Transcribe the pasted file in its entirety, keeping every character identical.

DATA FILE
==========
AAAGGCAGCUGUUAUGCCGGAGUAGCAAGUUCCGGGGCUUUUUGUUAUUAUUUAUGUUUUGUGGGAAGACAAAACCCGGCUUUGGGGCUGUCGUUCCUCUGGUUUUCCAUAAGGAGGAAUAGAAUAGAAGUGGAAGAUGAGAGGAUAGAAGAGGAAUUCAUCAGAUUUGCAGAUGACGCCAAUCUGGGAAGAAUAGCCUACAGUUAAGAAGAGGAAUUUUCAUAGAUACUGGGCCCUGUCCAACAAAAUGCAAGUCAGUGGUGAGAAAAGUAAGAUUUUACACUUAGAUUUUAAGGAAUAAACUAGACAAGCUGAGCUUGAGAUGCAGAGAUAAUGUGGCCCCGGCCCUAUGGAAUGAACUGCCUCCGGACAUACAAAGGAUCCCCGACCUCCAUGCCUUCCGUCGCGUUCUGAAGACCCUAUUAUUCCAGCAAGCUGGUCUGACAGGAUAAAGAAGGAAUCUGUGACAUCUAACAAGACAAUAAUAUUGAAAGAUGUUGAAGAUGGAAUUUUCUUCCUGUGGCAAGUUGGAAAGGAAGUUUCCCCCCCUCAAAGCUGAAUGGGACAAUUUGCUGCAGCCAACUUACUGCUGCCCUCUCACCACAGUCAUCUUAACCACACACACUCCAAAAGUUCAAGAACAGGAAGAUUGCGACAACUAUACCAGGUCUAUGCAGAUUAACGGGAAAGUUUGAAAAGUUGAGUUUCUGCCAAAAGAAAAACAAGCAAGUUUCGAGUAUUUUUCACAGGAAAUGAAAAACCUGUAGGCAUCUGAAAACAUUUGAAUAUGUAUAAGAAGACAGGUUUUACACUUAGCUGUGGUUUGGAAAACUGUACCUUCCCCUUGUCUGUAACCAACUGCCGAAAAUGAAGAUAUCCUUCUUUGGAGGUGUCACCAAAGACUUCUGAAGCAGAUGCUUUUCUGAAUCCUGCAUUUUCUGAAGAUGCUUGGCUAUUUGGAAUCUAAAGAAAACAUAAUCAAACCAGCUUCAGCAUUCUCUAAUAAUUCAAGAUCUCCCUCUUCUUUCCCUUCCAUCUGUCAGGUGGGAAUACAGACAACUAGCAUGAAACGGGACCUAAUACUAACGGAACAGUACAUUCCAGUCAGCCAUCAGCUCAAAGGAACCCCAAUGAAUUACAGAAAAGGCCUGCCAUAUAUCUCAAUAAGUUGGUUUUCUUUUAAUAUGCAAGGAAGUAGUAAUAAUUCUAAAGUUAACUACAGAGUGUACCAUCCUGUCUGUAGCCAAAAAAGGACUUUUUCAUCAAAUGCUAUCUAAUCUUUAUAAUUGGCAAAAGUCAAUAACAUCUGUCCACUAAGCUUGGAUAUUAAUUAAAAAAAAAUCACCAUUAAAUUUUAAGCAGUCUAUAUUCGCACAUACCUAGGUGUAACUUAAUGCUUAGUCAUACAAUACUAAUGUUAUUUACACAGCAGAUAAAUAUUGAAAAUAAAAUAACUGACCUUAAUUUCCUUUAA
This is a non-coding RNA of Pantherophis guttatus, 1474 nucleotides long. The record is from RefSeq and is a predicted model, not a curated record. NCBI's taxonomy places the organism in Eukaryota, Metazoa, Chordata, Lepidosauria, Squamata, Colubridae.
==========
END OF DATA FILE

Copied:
AAAGGCAGCUGUUAUGCCGGAGUAGCAAGUUCCGGGGCUUUUUGUUAUUAUUUAUGUUUUGUGGGAAGACAAAACCCGGCUUUGGGGCUGUCGUUCCUCUGGUUUUCCAUAAGGAGGAAUAGAAUAGAAGUGGAAGAUGAGAGGAUAGAAGAGGAAUUCAUCAGAUUUGCAGAUGACGCCAAUCUGGGAAGAAUAGCCUACAGUUAAGAAGAGGAAUUUUCAUAGAUACUGGGCCCUGUCCAACAAAAUGCAAGUCAGUGGUGAGAAAAGUAAGAUUUUACACUUAGAUUUUAAGGAAUAAACUAGACAAGCUGAGCUUGAGAUGCAGAGAUAAUGUGGCCCCGGCCCUAUGGAAUGAACUGCCUCCGGACAUACAAAGGAUCCCCGACCUCCAUGCCUUCCGUCGCGUUCUGAAGACCCUAUUAUUCCAGCAAGCUGGUCUGACAGGAUAAAGAAGGAAUCUGUGACAUCUAACAAGACAAUAAUAUUGAAAGAUGUUGAAGAUGGAAUUUUCUUCCUGUGGCAAGUUGGAAAGGAAGUUUCCCCCCCUCAAAGCUGAAUGGGACAAUUUGCUGCAGCCAACUUACUGCUGCCCUCUCACCACAGUCAUCUUAACCACACACACUCCAAAAGUUCAAGAACAGGAAGAUUGCGACAACUAUACCAGGUCUAUGCAGAUUAACGGGAAAGUUUGAAAAGUUGAGUUUCUGCCAAAAGAAAAACAAGCAAGUUUCGAGUAUUUUUCACAGGAAAUGAAAAACCUGUAGGCAUCUGAAAACAUUUGAAUAUGUAUAAGAAGACAGGUUUUACACUUAGCUGUGGUUUGGAAAACUGUACCUUCCCCUUGUCUGUAACCAACUGCCGAAAAUGAAGAUAUCCUUCUUUGGAGGUGUCACCAAAGACUUCUGAAGCAGAUGCUUUUCUGAAUCCUGCAUUUUCUGAAGAUGCUUGGCUAUUUGGAAUCUAAAGAAAACAUAAUCAAACCAGCUUCAGCAUUCUCUAAUAAUUCAAGAUCUCCCUCUUCUUUCCCUUCCAUCUGUCAGGUGGGAAUACAGACAACUAGCAUGAAACGGGACCUAAUACUAACGGAACAGUACAUUCCAGUCAGCCAUCAGCUCAAAGGAACCCCAAUGAAUUACAGAAAAGGCCUGCCAUAUAUCUCAAUAAGUUGGUUUUCUUUUAAUAUGCAAGGAAGUAGUAAUAAUUCUAAAGUUAACUACAGAGUGUACCAUCCUGUCUGUAGCCAAAAAAGGACUUUUUCAUCAAAUGCUAUCUAAUCUUUAUAAUUGGCAAAAGUCAAUAACAUCUGUCCACUAAGCUUGGAUAUUAAUUAAAAAAAAAUCACCAUUAAAUUUUAAGCAGUCUAUAUUCGCACAUACCUAGGUGUAACUUAAUGCUUAGUCAUACAAUACUAAUGUUAUUUACACAGCAGAUAAAUAUUGAAAAUAAAAUAACUGACCUUAAUUUCCUUUAA
This is a non-coding RNA of Pantherophis guttatus, 1474 nucleotides long. The record is from RefSeq and is a predicted model, not a curated record. NCBI's taxonomy places the organism in Eukaryota, Metazoa, Chordata, Lepidosauria, Squamata, Colubridae.